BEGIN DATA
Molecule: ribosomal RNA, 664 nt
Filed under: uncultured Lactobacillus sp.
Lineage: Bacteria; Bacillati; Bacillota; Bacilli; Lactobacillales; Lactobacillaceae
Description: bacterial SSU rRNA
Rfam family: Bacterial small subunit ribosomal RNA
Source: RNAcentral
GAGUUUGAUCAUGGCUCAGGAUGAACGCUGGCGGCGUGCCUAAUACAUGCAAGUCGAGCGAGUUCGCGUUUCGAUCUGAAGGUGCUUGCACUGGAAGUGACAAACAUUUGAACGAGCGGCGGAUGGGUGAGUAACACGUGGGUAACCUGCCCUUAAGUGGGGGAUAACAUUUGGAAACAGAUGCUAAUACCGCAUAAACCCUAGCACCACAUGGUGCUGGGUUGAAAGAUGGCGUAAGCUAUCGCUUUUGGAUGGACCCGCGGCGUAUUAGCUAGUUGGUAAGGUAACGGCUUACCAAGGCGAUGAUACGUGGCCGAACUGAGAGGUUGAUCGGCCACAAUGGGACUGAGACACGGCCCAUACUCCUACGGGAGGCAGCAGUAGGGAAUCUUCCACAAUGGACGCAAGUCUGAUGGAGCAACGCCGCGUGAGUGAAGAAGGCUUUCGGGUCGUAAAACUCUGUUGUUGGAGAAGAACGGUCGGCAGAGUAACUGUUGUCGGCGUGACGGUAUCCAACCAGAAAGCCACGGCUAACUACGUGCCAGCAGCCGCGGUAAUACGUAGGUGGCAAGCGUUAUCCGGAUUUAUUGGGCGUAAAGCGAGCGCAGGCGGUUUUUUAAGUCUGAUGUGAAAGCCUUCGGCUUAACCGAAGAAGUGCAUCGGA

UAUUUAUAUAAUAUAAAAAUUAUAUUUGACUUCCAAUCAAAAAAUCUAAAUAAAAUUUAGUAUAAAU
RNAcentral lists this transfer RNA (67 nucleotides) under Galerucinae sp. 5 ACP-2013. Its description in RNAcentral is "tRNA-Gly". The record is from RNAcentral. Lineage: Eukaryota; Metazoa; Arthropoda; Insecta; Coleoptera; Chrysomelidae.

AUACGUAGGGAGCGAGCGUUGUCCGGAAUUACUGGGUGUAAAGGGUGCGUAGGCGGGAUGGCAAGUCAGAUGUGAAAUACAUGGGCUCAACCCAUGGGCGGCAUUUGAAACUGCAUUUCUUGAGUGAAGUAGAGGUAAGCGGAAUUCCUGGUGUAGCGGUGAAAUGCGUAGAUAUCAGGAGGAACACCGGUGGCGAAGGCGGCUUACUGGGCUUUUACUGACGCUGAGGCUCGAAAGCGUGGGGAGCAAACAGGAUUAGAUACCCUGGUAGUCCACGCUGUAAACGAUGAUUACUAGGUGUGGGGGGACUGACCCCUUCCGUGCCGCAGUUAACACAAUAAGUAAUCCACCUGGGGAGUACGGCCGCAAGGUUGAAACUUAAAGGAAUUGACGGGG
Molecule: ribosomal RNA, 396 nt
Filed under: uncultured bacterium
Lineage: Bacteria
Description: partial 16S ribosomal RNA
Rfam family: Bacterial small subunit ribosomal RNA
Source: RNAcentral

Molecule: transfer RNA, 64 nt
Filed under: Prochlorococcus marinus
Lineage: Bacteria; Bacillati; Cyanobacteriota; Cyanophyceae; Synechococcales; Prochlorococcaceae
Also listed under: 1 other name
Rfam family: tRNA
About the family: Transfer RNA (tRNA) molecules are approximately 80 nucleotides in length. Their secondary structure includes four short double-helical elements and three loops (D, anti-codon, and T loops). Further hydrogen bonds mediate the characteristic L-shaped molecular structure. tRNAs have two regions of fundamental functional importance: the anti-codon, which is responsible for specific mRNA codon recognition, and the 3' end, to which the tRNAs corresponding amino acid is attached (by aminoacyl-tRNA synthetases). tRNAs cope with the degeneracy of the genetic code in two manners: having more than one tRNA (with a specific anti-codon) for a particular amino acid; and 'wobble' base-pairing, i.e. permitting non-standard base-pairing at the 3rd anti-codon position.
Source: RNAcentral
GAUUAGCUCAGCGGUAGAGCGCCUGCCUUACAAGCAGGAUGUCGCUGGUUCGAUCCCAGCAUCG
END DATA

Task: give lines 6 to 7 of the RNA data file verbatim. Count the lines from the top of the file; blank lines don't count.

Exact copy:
Source: RNAcentral
GAGUUUGAUCAUGGCUCAGGAUGAACGCUGGCGGCGUGCCUAAUACAUGCAAGUCGAGCGAGUUCGCGUUUCGAUCUGAAGGUGCUUGCACUGGAAGUGACAAACAUUUGAACGAGCGGCGGAUGGGUGAGUAACACGUGGGUAACCUGCCCUUAAGUGGGGGAUAACAUUUGGAAACAGAUGCUAAUACCGCAUAAACCCUAGCACCACAUGGUGCUGGGUUGAAAGAUGGCGUAAGCUAUCGCUUUUGGAUGGACCCGCGGCGUAUUAGCUAGUUGGUAAGGUAACGGCUUACCAAGGCGAUGAUACGUGGCCGAACUGAGAGGUUGAUCGGCCACAAUGGGACUGAGACACGGCCCAUACUCCUACGGGAGGCAGCAGUAGGGAAUCUUCCACAAUGGACGCAAGUCUGAUGGAGCAACGCCGCGUGAGUGAAGAAGGCUUUCGGGUCGUAAAACUCUGUUGUUGGAGAAGAACGGUCGGCAGAGUAACUGUUGUCGGCGUGACGGUAUCCAACCAGAAAGCCACGGCUAACUACGUGCCAGCAGCCGCGGUAAUACGUAGGUGGCAAGCGUUAUCCGGAUUUAUUGGGCGUAAAGCGAGCGCAGGCGGUUUUUUAAGUCUGAUGUGAAAGCCUUCGGCUUAACCGAAGAAGUGCAUCGGA